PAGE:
Soldier arrested for choosing her son over deployment

Hutchinson with her son. AP.A soldier and single mother, Army Spc. Alexis Hutchinson missed her deployment flight to Afghanistan because no one could care for her ten-month-old son while she was away. She was arrested and taken to Hunter Airfield in Savannah, GA, while the child was taken into custody for 24 hours. AP and the Oakland Tribune have more:

“Her civilian attorney, Rai Sue Sussman, said Monday that one of Hutchinson’s superiors told her she would have to deploy anyway and place the child in foster care. [...]
The Army requires all single-parent soldiers to submit a care plan for dependent children before they can deploy to a combat zone.”

Hutchinson submitted a plan for her mother to care for the infant, but her mother’s responsibilities to care for three additional sick family members made this impossible after two weeks. The underlying lesson below this egregious oversight is that the military, like all bureaucratic institutions, operates by standard operating procedures that cannot accommodate for the unexpected. There’s no question that the insistence that a soldier put their child in foster care is egregious. Still unsettling is the Army’s initial treatment of this single mother like a deserter.

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145 Comments

  1. liv79
    Posted November 17, 2009 at 4:09 pm | Permalink

    Motherhood- Damned if we do, damned if we don’t.

  2. Ariza
    Posted November 17, 2009 at 4:25 pm | Permalink

    Why don’t women step forward and help each other? Why do we think that our only options are to be dependent on a man or on the government? Why can’t we step up and get each others’ backs? I know there must be several moms in her area that would be able to help out? Do we have no community, no friends, no one we can trust? I’m sorry, but the nuclear family, even the extended family, is too small a unit. It works well for keeping people separate, afraid, and powerless. We need a tribe. We need to take responsibility for building social capital and for creating social networks that meet our common needs. The government has decided it exists to protect corporate interests and most men are looking out for their own. Women need to work together. Solidarity is our only option.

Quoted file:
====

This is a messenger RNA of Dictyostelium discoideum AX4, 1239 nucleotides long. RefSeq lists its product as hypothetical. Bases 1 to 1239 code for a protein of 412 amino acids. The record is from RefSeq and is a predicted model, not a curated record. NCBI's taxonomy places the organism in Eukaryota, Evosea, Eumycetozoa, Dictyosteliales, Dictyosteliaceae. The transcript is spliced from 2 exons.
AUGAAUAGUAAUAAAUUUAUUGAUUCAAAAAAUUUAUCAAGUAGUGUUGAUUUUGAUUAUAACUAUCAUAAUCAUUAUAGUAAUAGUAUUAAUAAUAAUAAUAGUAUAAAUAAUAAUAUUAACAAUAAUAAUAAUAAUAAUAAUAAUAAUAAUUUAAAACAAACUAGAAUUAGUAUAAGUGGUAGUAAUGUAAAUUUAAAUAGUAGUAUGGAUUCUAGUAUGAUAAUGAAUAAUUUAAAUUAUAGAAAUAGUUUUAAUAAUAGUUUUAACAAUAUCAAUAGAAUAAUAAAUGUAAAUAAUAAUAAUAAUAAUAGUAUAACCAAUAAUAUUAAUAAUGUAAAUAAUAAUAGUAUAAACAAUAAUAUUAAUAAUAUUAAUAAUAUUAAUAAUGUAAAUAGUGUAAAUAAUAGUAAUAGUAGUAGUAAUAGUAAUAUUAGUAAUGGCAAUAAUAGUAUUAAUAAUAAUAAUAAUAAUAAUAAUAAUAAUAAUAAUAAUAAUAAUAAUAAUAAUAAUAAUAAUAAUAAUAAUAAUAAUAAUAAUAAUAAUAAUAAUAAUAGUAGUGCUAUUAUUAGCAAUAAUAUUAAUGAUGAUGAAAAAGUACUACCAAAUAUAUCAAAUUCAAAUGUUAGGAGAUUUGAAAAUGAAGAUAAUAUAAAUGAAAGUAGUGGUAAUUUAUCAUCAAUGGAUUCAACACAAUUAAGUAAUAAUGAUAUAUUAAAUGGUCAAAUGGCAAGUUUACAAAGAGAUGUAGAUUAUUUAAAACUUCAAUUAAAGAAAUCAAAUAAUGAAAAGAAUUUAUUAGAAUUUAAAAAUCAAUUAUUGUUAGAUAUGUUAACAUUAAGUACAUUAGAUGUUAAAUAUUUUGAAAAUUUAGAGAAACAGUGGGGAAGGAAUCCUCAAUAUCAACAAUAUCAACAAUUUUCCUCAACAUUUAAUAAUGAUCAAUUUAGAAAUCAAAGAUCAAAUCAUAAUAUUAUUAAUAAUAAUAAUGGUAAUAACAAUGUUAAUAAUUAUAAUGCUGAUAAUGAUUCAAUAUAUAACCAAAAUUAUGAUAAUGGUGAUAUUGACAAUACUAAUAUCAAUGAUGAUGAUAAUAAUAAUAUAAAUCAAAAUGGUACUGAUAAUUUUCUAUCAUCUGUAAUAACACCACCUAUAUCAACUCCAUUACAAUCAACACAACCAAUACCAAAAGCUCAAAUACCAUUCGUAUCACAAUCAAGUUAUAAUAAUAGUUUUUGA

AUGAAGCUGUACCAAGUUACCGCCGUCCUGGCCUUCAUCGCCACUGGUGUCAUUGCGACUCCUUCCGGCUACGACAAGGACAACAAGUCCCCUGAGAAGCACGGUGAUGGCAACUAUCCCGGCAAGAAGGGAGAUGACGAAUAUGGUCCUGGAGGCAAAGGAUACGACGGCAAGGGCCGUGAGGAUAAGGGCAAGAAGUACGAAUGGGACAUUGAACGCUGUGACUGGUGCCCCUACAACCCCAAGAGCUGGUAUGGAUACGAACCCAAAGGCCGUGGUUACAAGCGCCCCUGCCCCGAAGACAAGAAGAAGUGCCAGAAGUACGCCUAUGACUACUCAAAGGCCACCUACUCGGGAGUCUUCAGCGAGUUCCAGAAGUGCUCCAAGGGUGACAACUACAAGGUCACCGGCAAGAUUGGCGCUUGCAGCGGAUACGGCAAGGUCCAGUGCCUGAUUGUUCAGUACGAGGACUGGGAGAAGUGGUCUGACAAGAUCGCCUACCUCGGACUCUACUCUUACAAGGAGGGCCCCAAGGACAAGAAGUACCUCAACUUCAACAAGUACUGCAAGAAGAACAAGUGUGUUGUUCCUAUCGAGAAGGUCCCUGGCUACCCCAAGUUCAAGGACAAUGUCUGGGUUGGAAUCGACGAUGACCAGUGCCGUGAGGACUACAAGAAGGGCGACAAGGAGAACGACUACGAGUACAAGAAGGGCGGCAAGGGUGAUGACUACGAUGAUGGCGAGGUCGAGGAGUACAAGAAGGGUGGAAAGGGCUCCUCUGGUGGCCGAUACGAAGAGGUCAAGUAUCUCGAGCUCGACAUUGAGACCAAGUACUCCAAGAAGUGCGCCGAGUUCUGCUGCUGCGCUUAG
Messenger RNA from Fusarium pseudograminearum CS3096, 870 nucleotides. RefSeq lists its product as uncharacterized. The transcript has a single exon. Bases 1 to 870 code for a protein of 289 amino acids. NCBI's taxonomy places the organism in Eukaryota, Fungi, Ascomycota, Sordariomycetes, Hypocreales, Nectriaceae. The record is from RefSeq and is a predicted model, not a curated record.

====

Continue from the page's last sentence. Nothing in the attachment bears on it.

3. SquaredCircle
    Posted November 17, 2009 at 4:35 pm | Permalink

    The issue here is not motherhood or the military but a failure to properly plan for unexpected circumstances. The mother has a responsibility to the military and her child. The plan she had fell through – that is not the military’s fault. She undoubtedly knows what is expected of her and if she cannot live up to it than she must accept the consequences.
    When she joined the military she agreed to fulfill the duties associated with being a soldier. The military is an organization that requires discipline and oftentimes creative planning. Why should the whole organization be held responsible when in reality the problem was a failure of one individual?

  4. DeafBrownTrash
    Posted November 17, 2009 at 4:42 pm | Permalink

    I know that in the U.S military, all soldiers (male or female) are required to come up with a family plan and appoint a guardian to look over their kids while they’re deployed overseas.
    She made a pledge to serve in the military, she was supposed to show up for deployment– she didn’t. She violated the contract and she broke the rules.

  5. DeafBrownTrash
    Posted November 17, 2009 at 4:43 pm | Permalink

    sorry, my response was for liv79

  6. ElleStar
    Posted November 17, 2009 at 4:47 pm | Permalink

    But it wasn’t HER failure that her plan fell through, either. The unforeseen happened, as it often does. Instead of being treated like a criminal because she can’t control everything in her life, maybe the army could have deferred her deployment or found some way to work with her so that her only option for childcare wasn’t foster care.

  7. Athenia
    Posted November 17, 2009 at 4:50 pm | Permalink

    If the military values its soliders and its families and requires them to deploy, then they need to provide care for everyone.